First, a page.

The British Army's Pathfinders can often be seen, or unseen, identifying drop zones for friendly forces from deep behind enemy lines.
Stealth is the method of choice, but new images show how the small reconnaissance teams could answer back were the enemy to spot them.
Machine-guns of the heavy and grenade variety were on show during the training in Norfolk as personnel ran through "last resort" firepower drills.
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Weapons were mounted on RWMIK (Revised Weapons Mounted Installation Kit) patrol vehicles, while the NLAW (Next generation Light Anti-tank Weapon) anti-tank missile was also part-fired to prepare for stiff opposition.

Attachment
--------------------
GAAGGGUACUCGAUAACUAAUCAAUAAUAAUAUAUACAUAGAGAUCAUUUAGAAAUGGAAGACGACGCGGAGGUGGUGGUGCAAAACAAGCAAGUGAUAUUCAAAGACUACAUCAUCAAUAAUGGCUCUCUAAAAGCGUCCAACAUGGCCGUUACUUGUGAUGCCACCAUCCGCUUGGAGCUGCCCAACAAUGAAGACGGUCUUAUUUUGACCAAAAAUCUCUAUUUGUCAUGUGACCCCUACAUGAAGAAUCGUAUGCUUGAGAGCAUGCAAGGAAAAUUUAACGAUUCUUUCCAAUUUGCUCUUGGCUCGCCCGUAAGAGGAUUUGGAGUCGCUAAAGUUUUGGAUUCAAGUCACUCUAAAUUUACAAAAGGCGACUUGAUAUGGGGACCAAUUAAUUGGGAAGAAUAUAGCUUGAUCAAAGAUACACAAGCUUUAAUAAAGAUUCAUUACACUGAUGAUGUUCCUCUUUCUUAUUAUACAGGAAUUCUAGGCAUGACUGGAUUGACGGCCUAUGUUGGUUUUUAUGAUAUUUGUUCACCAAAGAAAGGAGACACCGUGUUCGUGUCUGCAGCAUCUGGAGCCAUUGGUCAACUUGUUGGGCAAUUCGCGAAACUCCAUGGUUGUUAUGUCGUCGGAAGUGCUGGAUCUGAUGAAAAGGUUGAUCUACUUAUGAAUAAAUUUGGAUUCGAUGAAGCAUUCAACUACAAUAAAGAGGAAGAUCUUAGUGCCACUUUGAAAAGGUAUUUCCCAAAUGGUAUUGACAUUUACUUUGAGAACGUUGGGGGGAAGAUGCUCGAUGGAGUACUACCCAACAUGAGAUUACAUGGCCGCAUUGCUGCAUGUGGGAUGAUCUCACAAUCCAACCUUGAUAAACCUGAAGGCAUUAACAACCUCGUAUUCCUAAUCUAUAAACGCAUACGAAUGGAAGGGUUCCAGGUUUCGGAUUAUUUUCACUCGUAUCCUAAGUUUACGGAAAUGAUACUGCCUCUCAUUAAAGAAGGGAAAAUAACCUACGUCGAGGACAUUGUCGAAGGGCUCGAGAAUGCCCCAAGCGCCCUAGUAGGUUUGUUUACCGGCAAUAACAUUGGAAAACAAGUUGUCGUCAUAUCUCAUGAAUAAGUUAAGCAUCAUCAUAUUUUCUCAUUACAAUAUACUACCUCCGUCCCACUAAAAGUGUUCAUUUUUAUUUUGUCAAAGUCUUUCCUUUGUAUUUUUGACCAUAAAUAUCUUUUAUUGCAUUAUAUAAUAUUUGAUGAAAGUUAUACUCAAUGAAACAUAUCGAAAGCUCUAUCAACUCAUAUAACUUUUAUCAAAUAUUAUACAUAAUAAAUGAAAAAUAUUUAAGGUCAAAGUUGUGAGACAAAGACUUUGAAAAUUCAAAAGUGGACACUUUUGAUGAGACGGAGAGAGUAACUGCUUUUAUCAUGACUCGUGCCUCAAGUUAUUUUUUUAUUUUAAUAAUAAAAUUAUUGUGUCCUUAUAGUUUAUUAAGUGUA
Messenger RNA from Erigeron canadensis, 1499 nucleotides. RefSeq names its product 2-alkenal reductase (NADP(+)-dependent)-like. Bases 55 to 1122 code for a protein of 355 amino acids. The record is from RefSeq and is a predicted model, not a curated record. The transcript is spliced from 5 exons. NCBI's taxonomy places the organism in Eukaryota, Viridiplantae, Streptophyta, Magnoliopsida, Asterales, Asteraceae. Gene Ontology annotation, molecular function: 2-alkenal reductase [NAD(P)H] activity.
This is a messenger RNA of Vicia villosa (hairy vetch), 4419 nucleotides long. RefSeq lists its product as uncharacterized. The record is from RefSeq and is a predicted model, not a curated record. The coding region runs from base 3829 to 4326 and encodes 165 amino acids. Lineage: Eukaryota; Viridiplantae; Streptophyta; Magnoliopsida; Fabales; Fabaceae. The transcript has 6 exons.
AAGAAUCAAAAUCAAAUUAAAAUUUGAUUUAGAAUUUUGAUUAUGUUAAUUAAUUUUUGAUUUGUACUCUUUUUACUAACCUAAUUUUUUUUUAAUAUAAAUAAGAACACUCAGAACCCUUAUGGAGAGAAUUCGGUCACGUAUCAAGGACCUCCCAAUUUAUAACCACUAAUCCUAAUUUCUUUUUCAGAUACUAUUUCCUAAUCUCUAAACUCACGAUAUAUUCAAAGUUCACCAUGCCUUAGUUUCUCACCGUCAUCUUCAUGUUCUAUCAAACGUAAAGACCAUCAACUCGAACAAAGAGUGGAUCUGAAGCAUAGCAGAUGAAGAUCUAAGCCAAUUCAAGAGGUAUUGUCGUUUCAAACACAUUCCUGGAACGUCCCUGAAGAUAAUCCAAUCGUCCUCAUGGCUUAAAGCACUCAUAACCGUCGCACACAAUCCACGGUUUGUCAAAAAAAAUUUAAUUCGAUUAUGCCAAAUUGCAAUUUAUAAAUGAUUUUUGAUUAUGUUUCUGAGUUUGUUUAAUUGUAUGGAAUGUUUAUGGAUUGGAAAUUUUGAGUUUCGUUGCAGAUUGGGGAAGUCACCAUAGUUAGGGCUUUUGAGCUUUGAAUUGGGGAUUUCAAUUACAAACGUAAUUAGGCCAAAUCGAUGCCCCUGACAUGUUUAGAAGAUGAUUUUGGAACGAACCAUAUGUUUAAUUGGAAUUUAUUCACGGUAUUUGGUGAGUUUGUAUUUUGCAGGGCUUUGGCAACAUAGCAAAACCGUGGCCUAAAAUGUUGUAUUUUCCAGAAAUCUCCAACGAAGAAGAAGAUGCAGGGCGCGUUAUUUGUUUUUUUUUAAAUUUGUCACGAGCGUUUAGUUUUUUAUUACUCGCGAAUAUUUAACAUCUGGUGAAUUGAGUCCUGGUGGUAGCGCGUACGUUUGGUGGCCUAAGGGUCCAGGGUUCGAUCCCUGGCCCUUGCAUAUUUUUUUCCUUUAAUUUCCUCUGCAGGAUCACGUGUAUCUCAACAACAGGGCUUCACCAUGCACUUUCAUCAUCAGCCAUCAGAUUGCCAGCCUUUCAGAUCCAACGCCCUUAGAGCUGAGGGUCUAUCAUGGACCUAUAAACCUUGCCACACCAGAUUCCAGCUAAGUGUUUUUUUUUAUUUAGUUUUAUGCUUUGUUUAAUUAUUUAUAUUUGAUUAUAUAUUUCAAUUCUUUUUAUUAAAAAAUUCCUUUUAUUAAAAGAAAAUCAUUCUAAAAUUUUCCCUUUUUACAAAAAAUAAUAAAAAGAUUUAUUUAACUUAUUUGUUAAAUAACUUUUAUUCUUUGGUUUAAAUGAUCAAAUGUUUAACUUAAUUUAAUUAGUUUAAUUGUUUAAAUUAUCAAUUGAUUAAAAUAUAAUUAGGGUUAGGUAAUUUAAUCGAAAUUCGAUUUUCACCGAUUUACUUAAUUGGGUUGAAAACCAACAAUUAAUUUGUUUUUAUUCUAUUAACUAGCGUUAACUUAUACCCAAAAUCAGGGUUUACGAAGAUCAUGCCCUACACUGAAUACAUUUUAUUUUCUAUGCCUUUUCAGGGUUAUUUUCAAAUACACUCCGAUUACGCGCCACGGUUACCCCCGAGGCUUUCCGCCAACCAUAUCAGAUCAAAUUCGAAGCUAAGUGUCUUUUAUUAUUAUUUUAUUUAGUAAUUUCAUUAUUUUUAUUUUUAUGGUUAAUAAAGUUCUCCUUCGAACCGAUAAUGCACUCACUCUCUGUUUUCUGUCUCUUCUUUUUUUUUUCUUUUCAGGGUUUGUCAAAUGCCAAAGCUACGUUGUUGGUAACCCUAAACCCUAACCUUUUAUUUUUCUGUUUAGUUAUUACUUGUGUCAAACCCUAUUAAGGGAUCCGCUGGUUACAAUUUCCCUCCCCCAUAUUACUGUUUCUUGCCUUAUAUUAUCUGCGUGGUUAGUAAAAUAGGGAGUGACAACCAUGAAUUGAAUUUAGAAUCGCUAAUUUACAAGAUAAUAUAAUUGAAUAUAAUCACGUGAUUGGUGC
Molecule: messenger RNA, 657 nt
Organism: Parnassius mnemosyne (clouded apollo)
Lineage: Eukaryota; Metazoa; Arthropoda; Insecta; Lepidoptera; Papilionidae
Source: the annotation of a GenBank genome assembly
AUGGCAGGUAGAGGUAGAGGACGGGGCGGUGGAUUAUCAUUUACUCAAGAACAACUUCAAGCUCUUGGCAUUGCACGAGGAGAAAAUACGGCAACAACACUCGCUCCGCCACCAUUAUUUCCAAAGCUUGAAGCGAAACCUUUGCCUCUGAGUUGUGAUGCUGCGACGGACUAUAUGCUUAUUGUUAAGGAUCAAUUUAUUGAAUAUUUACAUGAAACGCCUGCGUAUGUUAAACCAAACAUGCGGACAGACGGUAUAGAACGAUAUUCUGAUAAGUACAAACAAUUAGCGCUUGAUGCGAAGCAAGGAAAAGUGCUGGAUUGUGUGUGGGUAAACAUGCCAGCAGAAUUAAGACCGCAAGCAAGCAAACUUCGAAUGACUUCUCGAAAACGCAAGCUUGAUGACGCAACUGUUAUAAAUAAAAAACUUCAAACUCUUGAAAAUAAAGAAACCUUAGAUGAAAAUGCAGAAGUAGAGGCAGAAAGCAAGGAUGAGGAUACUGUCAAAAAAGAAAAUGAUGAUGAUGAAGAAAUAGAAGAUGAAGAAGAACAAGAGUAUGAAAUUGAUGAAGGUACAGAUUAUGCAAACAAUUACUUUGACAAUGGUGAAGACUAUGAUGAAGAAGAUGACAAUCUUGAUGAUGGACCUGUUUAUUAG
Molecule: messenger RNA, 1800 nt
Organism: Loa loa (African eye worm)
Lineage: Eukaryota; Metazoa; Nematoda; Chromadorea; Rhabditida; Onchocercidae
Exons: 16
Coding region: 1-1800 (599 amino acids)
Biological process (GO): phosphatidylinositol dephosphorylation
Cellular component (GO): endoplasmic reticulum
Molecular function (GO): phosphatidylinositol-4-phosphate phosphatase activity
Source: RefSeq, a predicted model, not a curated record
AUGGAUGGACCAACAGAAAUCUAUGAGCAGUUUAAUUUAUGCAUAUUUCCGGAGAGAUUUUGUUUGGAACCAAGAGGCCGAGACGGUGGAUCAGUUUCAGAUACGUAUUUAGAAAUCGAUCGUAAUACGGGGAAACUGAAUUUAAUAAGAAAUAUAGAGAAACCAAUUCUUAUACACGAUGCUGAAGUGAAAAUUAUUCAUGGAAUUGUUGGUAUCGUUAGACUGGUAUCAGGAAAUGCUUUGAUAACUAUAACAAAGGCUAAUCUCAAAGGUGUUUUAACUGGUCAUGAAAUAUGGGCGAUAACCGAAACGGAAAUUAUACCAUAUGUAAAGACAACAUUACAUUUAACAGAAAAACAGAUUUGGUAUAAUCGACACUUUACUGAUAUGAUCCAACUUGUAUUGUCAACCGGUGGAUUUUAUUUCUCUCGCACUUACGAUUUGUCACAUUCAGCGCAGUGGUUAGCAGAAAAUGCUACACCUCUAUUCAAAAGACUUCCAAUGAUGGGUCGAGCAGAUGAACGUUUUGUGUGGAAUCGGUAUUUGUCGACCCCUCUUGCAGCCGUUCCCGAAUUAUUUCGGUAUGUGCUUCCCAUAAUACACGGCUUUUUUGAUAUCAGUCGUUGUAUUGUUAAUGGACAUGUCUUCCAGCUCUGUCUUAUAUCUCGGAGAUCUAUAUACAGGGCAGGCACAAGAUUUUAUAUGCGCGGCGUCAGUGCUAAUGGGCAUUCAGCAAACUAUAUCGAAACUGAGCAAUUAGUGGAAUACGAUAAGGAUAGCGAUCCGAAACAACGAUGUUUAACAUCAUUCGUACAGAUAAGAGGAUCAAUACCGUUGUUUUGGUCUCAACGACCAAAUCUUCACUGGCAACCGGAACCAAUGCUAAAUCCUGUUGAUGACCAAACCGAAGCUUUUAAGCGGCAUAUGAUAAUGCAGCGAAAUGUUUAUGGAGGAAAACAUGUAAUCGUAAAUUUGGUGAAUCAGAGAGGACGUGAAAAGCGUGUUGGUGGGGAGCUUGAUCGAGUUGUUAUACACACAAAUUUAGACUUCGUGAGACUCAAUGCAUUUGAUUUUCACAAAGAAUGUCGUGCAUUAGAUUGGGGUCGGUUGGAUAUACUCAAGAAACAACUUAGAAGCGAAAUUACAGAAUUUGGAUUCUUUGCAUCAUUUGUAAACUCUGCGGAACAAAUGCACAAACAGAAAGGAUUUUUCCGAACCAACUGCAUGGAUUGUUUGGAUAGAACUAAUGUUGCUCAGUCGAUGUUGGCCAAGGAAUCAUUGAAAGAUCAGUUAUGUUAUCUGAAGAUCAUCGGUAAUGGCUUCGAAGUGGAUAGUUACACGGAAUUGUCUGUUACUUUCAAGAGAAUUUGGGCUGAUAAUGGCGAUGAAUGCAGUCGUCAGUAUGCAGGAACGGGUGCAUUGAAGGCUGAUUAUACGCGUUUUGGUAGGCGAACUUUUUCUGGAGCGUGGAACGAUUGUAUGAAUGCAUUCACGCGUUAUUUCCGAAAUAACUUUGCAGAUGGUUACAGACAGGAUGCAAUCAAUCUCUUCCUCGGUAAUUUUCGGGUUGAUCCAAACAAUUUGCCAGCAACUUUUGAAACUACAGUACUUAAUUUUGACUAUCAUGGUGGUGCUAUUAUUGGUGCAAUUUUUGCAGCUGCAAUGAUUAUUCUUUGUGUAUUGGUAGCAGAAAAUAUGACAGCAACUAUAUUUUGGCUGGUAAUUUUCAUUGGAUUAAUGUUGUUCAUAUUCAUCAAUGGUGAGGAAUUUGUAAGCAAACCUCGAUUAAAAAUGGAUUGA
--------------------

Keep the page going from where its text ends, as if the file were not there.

Pathfinders are the advance force for 16 Air Assault Brigade Combat Team and relay intelligence back to base to assist mission planning.
The group's troop commander says the weaponry on show at the STANTA ranges is "much heavier than an enemy would be expecting recce troops to carry, so we can fight ourselves out of any situation".
"It also means that we can strike targets of opportunity when they are least expecting to be attacked," the officer added.
Assault Brigade Combat Team is the Army's Global Response Force used to respond to crises around the world and specially trained and equipped to deploy by air.
First-in for the force, Pathfinders are freed up to join others in raids on high-value targets once they have completed their initial reconnaissance duties.